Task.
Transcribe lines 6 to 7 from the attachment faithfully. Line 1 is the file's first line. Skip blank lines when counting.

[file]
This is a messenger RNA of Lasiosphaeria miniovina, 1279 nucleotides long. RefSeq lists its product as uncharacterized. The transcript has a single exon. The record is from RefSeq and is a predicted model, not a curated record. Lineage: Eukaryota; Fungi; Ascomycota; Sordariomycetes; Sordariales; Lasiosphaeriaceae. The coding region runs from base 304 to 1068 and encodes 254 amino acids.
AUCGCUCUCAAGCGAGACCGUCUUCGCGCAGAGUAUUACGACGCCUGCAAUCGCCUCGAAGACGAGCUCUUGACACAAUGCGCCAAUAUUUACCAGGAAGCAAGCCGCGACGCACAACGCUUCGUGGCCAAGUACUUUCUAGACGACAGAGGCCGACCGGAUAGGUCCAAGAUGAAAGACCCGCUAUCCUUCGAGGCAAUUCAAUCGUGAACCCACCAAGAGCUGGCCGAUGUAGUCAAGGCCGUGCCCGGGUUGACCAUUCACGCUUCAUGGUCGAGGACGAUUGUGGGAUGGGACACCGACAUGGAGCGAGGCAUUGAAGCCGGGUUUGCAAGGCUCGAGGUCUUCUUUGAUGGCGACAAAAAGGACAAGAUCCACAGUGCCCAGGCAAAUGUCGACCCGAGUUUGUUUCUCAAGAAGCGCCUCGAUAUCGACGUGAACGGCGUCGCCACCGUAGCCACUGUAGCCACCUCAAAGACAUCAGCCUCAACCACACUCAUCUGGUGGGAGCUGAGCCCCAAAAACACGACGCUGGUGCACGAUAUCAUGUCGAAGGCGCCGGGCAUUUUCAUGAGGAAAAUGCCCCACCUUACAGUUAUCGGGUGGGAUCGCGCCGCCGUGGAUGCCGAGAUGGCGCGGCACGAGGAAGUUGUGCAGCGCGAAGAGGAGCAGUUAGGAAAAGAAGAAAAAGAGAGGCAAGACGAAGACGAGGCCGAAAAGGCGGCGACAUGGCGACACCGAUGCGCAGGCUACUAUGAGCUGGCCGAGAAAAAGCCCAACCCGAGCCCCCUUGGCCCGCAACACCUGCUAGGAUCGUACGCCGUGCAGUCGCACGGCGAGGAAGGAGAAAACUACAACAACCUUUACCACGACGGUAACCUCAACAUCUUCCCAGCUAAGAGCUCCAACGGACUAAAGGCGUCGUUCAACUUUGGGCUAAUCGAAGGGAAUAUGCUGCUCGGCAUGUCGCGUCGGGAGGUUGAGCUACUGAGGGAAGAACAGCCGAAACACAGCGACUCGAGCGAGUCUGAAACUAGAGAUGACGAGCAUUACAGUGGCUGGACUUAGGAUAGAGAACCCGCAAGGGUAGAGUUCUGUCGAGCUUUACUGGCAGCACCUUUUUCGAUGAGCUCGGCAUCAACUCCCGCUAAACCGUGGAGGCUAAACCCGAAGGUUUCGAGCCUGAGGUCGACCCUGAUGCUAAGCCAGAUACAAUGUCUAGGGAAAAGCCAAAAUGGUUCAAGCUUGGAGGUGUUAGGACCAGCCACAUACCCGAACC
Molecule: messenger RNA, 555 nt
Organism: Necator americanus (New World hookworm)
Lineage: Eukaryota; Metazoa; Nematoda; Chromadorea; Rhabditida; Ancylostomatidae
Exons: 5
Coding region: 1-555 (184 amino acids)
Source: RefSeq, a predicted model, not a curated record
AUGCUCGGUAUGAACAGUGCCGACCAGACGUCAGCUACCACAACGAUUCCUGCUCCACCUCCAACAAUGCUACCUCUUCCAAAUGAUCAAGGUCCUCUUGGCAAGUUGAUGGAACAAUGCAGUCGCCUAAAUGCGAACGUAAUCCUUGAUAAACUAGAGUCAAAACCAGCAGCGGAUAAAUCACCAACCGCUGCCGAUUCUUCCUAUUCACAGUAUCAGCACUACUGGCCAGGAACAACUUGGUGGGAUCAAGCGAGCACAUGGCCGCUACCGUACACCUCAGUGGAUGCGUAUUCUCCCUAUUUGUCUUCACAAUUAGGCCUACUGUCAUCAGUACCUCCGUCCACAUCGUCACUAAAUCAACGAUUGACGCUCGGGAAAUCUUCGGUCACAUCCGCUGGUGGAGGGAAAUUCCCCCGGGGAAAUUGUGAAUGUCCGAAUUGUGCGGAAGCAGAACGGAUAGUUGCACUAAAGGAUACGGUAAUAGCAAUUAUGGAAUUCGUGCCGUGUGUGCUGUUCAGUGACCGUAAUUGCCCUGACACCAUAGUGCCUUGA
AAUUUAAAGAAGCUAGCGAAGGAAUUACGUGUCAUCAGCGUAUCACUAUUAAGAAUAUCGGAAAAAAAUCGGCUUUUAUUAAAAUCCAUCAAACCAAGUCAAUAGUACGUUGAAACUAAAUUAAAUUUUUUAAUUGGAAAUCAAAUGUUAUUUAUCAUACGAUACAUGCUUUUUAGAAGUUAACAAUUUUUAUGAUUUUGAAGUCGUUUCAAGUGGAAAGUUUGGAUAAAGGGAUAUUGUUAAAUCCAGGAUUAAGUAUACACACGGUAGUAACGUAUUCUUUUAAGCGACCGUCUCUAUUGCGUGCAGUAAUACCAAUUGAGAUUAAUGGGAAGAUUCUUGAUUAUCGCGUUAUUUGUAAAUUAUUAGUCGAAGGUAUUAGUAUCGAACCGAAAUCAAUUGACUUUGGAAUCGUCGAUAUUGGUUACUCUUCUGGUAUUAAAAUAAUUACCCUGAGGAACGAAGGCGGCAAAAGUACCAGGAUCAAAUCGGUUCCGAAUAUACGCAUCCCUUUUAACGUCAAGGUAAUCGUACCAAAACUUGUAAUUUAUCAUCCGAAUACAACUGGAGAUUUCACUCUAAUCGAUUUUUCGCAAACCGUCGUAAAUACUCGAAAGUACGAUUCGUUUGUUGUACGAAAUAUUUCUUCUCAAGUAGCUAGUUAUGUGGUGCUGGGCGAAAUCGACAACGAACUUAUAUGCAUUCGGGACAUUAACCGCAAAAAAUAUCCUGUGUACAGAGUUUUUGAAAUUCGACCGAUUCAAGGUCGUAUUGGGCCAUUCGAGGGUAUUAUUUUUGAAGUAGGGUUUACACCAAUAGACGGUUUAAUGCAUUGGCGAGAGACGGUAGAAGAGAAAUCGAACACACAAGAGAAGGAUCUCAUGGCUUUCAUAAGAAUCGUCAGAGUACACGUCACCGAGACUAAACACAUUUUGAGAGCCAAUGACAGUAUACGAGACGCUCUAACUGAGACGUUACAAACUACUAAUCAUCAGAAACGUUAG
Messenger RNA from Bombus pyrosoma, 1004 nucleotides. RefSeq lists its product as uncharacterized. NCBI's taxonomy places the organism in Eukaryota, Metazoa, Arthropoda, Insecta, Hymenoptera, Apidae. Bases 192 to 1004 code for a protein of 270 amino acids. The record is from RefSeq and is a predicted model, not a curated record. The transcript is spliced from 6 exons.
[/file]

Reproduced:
Exons: 5
Coding region: 1-555 (184 amino acids)